This time, I had used my major criteria (sunny weather, tech jobs, lower cost of living) to narrow my destination down to two cities: Durham, North Carolina and the greater Denver area). I planned trips to visit both in order to get a sense of the overall vibe.

On my visit to Durham, I confirmed that it had all the factors I was looking for, plus a great arts culture and a growing downtown. I had a great time driving around, looking at potential places to work, and even going on a date! The date turned into a lasting friendship that I still cherish.

In preparing for my trip to Colorado, I had reserved my airBnBs, rental car — everything. But I was a little travel-weary from the Durham trip.

I spoke with two friends about my upcoming trip, and they said, “You won’t fit in in Colorado! Colorado is for people who wear spandex and drink kombucha all the time. You can’t even do a pull-up.”

I started to have doubts. They were right. I’m nerdy and scrawny. I wouldn’t fit in with crazy skateboarding hippies. I looked into my future in Colorado — friendless, condemned to walk around by myself all the time, my head hung in shame as I walked through parks of people doing Downward-facing Dog.

everyone in Colorado. (Photo by Christoph Deinet)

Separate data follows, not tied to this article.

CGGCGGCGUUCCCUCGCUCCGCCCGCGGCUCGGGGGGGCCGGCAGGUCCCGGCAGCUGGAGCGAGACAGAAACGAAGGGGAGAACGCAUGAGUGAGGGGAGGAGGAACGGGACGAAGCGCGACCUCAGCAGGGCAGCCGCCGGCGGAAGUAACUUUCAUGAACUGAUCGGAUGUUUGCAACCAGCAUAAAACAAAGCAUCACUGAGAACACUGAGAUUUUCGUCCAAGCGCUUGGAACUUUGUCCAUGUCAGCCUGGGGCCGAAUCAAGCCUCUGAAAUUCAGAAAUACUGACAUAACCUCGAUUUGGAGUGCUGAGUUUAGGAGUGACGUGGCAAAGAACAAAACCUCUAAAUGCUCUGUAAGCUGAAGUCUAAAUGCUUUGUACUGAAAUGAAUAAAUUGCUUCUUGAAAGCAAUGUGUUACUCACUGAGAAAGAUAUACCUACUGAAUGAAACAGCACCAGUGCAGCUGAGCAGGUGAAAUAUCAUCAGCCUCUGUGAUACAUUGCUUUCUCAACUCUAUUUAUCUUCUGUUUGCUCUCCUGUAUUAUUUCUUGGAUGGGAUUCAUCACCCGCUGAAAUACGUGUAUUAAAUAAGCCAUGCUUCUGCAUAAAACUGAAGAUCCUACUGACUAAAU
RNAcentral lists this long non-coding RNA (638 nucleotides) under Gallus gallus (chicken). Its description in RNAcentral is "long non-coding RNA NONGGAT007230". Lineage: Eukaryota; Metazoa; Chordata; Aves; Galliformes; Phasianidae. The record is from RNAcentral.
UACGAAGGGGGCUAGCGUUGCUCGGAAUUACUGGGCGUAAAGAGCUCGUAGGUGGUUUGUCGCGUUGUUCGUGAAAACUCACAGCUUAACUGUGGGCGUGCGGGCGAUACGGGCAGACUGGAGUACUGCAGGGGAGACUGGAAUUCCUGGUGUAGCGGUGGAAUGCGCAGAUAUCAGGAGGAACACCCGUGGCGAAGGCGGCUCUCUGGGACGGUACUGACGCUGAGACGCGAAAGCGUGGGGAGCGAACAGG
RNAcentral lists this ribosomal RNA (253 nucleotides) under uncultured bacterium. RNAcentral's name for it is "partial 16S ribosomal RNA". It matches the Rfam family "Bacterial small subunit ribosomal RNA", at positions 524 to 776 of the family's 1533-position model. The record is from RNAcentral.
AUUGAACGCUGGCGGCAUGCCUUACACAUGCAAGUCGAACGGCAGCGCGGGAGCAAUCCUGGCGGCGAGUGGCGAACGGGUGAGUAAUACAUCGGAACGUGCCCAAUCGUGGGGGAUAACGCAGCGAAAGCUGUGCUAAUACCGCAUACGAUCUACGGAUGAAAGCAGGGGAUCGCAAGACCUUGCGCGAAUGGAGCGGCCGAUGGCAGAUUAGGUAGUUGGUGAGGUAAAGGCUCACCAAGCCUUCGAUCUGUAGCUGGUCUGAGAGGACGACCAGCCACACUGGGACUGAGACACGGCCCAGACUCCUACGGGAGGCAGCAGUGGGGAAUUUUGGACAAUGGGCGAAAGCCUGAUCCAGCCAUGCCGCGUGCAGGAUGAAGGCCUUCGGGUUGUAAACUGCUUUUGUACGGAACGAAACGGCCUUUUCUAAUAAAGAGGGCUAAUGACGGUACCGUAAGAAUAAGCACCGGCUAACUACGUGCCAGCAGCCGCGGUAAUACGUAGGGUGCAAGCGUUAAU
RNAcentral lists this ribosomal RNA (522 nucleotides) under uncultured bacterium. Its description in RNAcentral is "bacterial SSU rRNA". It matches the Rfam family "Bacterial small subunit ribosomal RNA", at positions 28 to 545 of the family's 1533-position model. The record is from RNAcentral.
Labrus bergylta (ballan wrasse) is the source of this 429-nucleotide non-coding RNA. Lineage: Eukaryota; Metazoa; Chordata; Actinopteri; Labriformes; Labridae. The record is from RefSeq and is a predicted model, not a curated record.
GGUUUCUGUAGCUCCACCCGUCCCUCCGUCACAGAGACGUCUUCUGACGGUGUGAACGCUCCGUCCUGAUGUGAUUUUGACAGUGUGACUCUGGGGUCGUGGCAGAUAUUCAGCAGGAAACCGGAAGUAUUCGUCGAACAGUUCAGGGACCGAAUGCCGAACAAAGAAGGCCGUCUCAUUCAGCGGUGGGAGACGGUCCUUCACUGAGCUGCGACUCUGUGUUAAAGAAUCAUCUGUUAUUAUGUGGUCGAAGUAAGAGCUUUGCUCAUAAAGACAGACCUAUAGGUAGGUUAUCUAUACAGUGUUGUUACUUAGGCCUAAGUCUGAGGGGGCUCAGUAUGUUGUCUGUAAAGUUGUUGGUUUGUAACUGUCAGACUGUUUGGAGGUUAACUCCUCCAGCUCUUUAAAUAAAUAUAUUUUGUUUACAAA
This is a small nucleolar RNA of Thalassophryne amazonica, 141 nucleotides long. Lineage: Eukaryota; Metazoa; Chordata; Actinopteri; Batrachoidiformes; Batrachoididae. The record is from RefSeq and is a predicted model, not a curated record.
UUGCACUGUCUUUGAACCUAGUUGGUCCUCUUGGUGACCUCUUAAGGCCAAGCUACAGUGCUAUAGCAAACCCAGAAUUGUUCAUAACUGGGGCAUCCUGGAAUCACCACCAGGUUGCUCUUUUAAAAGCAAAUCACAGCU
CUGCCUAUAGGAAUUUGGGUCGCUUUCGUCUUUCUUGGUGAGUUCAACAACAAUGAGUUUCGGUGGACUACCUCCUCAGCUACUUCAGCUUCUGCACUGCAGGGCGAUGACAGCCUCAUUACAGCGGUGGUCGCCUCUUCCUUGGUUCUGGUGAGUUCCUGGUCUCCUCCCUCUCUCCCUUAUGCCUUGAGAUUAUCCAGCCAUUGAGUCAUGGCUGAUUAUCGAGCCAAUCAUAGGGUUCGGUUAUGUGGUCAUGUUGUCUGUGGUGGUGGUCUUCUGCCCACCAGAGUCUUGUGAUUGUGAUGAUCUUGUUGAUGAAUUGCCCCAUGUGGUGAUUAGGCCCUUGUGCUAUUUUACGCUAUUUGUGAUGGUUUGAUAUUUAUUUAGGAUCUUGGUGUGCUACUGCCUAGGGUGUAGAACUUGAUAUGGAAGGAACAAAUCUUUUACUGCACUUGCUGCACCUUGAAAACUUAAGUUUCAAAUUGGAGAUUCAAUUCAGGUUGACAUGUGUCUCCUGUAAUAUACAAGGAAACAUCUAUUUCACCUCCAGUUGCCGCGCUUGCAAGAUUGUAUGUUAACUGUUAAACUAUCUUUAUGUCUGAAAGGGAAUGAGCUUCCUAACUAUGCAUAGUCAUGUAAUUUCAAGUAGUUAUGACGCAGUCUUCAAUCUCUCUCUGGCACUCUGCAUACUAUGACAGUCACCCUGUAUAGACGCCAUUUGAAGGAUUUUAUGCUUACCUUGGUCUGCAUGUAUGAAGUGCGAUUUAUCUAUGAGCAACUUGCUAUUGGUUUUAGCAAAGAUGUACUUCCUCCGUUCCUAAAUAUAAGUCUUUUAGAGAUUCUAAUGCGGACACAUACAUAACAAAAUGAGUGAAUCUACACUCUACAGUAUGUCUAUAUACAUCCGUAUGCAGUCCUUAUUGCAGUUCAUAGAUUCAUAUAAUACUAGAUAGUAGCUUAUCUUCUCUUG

me. (Photo by irosmagelav)

I canceled my trip.

Now I look at that and shake my head. There was very little logic involved in the decision to cancel. It was more spurred on by self-deprecation and travel-weariness.

Is it really a good idea to let TWO PEOPLE WHO HAVE NEVER LIVED IN COLORADO make life decisions for me? ?

As I thought about it more, it came to me that just as in New York City, there are tons of people in Colorado. Likely not all of them would be high all the time.

So I went back to my research. I read about salaries and cost of living. I read blogs and weather logs. I made an informed decision, choosing Colorado where I could be car-free over Durham where I’d need wheels. Funnily enough, although the cost of living is more in Colorado, being able to ditch the car lets me more than break even.


Own Your Stupidity — And Outsmart It